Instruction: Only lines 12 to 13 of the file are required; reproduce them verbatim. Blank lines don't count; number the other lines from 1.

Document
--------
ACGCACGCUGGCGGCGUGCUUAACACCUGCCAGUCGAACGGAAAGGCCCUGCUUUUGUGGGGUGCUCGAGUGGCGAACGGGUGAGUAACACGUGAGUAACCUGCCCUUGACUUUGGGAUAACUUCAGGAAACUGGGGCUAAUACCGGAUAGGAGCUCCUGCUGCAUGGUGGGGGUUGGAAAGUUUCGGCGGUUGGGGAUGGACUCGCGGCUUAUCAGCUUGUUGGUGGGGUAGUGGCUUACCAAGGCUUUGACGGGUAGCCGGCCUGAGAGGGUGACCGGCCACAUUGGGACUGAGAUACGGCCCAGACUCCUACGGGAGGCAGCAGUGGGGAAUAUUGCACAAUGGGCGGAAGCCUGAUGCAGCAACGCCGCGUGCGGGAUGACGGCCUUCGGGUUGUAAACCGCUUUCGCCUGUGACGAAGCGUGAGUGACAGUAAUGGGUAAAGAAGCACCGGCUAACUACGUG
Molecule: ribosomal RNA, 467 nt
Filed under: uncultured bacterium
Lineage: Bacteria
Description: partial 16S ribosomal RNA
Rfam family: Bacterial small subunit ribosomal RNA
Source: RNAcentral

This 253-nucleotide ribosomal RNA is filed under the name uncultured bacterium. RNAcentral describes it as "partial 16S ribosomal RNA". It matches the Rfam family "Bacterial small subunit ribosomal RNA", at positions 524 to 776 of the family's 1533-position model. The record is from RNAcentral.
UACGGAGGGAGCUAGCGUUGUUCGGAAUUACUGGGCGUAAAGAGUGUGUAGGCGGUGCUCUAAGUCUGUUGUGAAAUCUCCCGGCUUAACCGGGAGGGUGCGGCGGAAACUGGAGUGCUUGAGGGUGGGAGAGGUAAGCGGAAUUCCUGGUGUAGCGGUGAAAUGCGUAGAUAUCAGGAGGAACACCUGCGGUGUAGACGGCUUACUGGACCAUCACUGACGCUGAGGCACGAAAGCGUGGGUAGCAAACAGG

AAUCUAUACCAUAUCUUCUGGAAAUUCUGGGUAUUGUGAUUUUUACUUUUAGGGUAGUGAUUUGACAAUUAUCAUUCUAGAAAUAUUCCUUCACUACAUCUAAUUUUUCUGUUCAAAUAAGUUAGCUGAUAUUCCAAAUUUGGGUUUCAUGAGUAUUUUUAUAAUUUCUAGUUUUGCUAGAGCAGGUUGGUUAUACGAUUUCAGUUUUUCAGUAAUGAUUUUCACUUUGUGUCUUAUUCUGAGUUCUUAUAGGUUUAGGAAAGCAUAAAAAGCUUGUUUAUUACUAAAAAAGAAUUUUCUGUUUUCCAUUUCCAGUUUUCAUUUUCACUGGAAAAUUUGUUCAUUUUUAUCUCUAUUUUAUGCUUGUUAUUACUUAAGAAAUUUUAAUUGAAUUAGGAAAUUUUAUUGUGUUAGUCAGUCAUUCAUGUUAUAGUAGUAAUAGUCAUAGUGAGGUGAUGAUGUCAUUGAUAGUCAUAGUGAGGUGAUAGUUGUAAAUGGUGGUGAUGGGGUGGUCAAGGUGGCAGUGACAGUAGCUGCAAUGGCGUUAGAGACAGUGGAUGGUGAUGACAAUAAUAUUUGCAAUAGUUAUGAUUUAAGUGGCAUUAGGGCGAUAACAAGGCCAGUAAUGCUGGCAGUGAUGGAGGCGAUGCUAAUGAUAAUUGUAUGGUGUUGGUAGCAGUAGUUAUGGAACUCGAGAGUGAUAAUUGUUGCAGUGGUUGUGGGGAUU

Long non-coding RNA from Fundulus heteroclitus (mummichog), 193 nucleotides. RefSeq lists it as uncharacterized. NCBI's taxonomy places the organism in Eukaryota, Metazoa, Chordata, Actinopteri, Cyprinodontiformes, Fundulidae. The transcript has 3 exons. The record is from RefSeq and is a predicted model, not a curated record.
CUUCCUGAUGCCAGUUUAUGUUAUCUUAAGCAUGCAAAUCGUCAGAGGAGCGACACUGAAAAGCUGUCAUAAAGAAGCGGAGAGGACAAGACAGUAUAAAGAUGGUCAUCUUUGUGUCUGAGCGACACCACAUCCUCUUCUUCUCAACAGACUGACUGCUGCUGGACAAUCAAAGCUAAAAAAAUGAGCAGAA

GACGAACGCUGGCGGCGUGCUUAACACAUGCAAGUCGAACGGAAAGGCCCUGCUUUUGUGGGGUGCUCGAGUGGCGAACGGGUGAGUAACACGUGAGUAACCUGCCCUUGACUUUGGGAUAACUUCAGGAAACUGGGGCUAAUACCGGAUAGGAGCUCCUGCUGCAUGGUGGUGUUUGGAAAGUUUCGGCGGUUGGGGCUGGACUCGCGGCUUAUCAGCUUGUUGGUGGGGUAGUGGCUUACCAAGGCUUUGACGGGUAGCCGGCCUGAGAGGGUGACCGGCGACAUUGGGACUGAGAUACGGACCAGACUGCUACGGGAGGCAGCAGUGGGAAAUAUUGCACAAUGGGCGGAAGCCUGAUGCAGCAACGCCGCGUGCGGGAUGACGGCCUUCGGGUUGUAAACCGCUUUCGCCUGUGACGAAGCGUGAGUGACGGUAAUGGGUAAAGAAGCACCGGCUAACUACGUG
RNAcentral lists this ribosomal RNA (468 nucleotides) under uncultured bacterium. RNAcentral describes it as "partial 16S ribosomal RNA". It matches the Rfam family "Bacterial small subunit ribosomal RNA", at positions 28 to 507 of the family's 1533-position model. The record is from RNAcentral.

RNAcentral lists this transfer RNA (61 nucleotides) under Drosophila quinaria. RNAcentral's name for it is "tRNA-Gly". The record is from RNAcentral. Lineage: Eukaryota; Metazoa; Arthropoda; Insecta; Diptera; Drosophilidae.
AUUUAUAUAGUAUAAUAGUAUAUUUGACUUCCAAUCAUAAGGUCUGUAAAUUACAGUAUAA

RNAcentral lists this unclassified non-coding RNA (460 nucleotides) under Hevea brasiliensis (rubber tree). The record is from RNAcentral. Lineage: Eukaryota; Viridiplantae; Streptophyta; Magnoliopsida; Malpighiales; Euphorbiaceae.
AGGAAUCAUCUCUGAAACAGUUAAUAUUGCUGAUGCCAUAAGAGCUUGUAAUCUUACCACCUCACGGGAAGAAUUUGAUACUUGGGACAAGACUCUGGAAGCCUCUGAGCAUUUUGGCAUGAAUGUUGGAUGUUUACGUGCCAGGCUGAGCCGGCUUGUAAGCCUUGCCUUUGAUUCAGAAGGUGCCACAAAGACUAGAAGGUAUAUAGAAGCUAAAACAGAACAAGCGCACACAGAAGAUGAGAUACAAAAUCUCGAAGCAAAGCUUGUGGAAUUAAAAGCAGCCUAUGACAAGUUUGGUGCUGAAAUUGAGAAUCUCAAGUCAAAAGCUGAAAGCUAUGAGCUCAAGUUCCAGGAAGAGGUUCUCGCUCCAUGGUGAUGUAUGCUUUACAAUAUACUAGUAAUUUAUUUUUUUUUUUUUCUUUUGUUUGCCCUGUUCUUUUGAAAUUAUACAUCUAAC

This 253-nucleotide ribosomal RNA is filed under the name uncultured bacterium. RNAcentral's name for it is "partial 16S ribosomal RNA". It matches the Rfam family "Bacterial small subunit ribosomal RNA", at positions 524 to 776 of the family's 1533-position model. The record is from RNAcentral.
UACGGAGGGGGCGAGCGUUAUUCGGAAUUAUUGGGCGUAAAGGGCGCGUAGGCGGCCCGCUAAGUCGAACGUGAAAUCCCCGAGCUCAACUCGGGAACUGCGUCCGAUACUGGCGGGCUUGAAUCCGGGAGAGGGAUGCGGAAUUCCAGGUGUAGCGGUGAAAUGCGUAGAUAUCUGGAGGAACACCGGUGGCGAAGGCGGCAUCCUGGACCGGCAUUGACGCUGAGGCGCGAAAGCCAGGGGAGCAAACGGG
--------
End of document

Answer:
CUUCCUGAUGCCAGUUUAUGUUAUCUUAAGCAUGCAAAUCGUCAGAGGAGCGACACUGAAAAGCUGUCAUAAAGAAGCGGAGAGGACAAGACAGUAUAAAGAUGGUCAUCUUUGUGUCUGAGCGACACCACAUCCUCUUCUUCUCAACAGACUGACUGCUGCUGGACAAUCAAAGCUAAAAAAAUGAGCAGAA

GACGAACGCUGGCGGCGUGCUUAACACAUGCAAGUCGAACGGAAAGGCCCUGCUUUUGUGGGGUGCUCGAGUGGCGAACGGGUGAGUAACACGUGAGUAACCUGCCCUUGACUUUGGGAUAACUUCAGGAAACUGGGGCUAAUACCGGAUAGGAGCUCCUGCUGCAUGGUGGUGUUUGGAAAGUUUCGGCGGUUGGGGCUGGACUCGCGGCUUAUCAGCUUGUUGGUGGGGUAGUGGCUUACCAAGGCUUUGACGGGUAGCCGGCCUGAGAGGGUGACCGGCGACAUUGGGACUGAGAUACGGACCAGACUGCUACGGGAGGCAGCAGUGGGAAAUAUUGCACAAUGGGCGGAAGCCUGAUGCAGCAACGCCGCGUGCGGGAUGACGGCCUUCGGGUUGUAAACCGCUUUCGCCUGUGACGAAGCGUGAGUGACGGUAAUGGGUAAAGAAGCACCGGCUAACUACGUG